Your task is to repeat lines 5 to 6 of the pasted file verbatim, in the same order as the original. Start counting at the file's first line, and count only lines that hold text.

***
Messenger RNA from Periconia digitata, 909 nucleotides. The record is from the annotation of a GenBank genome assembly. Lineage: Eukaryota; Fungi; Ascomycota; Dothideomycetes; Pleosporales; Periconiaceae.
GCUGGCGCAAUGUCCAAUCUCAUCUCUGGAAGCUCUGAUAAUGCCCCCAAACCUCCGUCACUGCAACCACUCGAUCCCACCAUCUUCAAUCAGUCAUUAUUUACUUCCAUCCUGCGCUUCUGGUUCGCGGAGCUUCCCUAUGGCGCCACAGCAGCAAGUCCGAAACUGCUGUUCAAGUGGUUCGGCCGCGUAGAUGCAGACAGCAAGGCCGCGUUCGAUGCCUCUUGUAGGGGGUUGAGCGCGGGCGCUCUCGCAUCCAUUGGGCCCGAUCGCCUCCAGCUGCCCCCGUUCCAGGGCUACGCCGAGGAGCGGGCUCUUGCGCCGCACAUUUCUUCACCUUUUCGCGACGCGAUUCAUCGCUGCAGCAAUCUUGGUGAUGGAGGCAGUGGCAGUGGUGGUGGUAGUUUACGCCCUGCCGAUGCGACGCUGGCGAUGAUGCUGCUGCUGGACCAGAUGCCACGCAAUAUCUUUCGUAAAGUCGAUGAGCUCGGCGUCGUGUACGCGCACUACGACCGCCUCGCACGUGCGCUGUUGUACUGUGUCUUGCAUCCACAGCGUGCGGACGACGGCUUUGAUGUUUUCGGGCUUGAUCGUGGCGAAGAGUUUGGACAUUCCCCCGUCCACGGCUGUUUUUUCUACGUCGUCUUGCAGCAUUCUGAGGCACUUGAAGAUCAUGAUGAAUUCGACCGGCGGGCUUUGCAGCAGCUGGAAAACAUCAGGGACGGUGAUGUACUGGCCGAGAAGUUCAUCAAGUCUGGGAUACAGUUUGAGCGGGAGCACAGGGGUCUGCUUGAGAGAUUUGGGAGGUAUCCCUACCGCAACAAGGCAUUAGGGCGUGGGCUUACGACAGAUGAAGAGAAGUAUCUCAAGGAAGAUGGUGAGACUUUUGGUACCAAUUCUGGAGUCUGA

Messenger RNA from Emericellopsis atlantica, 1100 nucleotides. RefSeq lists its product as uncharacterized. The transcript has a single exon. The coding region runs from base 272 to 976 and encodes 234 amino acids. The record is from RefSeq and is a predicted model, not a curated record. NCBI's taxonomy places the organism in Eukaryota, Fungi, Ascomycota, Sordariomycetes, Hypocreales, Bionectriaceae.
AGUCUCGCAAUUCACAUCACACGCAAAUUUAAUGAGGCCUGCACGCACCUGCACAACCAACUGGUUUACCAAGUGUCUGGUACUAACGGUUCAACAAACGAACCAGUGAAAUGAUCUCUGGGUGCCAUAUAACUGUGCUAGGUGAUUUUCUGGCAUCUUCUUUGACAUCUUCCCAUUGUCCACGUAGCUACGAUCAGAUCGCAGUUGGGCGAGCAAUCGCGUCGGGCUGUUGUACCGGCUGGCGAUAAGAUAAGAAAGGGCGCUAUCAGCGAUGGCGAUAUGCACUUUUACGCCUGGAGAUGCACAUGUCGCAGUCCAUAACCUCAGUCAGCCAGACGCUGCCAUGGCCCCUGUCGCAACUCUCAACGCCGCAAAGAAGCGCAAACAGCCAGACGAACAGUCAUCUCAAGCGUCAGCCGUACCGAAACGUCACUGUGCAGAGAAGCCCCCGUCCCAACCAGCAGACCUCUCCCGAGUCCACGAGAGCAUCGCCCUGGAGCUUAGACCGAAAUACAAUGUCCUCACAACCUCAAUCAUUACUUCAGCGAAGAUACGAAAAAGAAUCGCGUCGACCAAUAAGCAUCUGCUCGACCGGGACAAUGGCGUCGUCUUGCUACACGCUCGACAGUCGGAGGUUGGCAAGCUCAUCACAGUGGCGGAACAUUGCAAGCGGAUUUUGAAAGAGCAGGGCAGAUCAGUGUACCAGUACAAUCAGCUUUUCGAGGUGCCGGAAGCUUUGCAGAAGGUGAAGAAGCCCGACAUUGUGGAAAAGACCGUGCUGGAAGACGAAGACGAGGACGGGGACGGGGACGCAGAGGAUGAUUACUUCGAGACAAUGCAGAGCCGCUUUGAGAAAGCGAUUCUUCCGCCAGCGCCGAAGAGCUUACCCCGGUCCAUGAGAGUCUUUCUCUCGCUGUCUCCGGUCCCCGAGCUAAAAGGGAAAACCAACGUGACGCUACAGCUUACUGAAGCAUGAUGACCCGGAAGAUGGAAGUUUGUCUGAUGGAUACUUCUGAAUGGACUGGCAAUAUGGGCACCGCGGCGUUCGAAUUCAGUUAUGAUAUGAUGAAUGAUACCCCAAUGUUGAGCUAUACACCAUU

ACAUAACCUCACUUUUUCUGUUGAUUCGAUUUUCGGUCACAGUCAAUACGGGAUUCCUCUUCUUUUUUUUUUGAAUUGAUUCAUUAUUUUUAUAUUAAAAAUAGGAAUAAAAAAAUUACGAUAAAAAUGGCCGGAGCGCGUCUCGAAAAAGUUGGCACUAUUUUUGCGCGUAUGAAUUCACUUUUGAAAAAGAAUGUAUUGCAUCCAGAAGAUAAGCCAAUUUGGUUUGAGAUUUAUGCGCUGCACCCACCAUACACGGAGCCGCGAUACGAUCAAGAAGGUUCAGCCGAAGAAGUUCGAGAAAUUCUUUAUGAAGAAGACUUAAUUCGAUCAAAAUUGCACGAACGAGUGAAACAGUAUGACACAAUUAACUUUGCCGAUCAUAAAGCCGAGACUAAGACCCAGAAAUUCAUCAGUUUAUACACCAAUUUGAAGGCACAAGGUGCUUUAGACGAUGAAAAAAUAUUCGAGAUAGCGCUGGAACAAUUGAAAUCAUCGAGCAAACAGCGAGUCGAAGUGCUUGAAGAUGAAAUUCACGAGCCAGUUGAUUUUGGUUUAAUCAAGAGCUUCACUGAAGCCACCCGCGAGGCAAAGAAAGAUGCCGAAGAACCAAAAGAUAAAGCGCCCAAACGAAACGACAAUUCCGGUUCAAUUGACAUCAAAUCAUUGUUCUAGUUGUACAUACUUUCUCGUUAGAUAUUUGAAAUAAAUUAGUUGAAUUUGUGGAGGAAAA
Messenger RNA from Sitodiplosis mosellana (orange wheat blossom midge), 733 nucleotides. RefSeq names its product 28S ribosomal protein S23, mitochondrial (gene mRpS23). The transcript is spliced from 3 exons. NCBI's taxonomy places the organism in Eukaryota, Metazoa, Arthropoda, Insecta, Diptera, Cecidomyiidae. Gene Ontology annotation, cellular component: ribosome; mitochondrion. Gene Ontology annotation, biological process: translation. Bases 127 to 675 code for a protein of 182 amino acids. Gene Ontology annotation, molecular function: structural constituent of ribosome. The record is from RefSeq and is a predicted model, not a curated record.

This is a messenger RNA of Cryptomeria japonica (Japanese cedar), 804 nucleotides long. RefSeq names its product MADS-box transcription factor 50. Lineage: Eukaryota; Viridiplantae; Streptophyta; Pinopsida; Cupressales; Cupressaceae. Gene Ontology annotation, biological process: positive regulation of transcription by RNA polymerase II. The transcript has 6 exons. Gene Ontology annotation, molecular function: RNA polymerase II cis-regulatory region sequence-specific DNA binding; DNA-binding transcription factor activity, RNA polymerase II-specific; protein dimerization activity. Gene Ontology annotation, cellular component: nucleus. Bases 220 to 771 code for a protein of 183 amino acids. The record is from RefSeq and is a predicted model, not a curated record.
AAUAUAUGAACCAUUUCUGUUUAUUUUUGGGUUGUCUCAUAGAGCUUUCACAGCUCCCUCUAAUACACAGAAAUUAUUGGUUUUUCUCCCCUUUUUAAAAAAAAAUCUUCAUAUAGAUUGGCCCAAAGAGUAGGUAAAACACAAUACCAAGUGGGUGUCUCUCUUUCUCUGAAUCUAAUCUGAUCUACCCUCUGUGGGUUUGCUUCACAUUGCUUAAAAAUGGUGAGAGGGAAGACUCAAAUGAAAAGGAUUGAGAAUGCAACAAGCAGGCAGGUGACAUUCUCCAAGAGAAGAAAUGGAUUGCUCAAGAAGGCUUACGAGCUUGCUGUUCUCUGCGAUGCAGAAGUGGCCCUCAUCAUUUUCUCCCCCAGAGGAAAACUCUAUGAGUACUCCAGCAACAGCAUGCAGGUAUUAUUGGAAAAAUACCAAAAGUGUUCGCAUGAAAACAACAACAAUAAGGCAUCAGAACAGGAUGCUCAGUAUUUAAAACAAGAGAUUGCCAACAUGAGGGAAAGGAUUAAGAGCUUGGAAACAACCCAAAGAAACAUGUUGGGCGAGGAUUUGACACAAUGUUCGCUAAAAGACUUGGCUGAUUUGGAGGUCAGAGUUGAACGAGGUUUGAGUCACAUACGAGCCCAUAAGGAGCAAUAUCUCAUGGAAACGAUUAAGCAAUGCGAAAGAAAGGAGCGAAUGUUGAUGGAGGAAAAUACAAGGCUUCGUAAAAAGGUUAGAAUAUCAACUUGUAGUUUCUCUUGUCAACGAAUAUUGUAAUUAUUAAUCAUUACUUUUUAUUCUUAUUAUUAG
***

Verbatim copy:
ACAUAACCUCACUUUUUCUGUUGAUUCGAUUUUCGGUCACAGUCAAUACGGGAUUCCUCUUCUUUUUUUUUUGAAUUGAUUCAUUAUUUUUAUAUUAAAAAUAGGAAUAAAAAAAUUACGAUAAAAAUGGCCGGAGCGCGUCUCGAAAAAGUUGGCACUAUUUUUGCGCGUAUGAAUUCACUUUUGAAAAAGAAUGUAUUGCAUCCAGAAGAUAAGCCAAUUUGGUUUGAGAUUUAUGCGCUGCACCCACCAUACACGGAGCCGCGAUACGAUCAAGAAGGUUCAGCCGAAGAAGUUCGAGAAAUUCUUUAUGAAGAAGACUUAAUUCGAUCAAAAUUGCACGAACGAGUGAAACAGUAUGACACAAUUAACUUUGCCGAUCAUAAAGCCGAGACUAAGACCCAGAAAUUCAUCAGUUUAUACACCAAUUUGAAGGCACAAGGUGCUUUAGACGAUGAAAAAAUAUUCGAGAUAGCGCUGGAACAAUUGAAAUCAUCGAGCAAACAGCGAGUCGAAGUGCUUGAAGAUGAAAUUCACGAGCCAGUUGAUUUUGGUUUAAUCAAGAGCUUCACUGAAGCCACCCGCGAGGCAAAGAAAGAUGCCGAAGAACCAAAAGAUAAAGCGCCCAAACGAAACGACAAUUCCGGUUCAAUUGACAUCAAAUCAUUGUUCUAGUUGUACAUACUUUCUCGUUAGAUAUUUGAAAUAAAUUAGUUGAAUUUGUGGAGGAAAA
Messenger RNA from Sitodiplosis mosellana (orange wheat blossom midge), 733 nucleotides. RefSeq names its product 28S ribosomal protein S23, mitochondrial (gene mRpS23). The transcript is spliced from 3 exons. NCBI's taxonomy places the organism in Eukaryota, Metazoa, Arthropoda, Insecta, Diptera, Cecidomyiidae. Gene Ontology annotation, cellular component: ribosome; mitochondrion. Gene Ontology annotation, biological process: translation. Bases 127 to 675 code for a protein of 182 amino acids. Gene Ontology annotation, molecular function: structural constituent of ribosome. The record is from RefSeq and is a predicted model, not a curated record.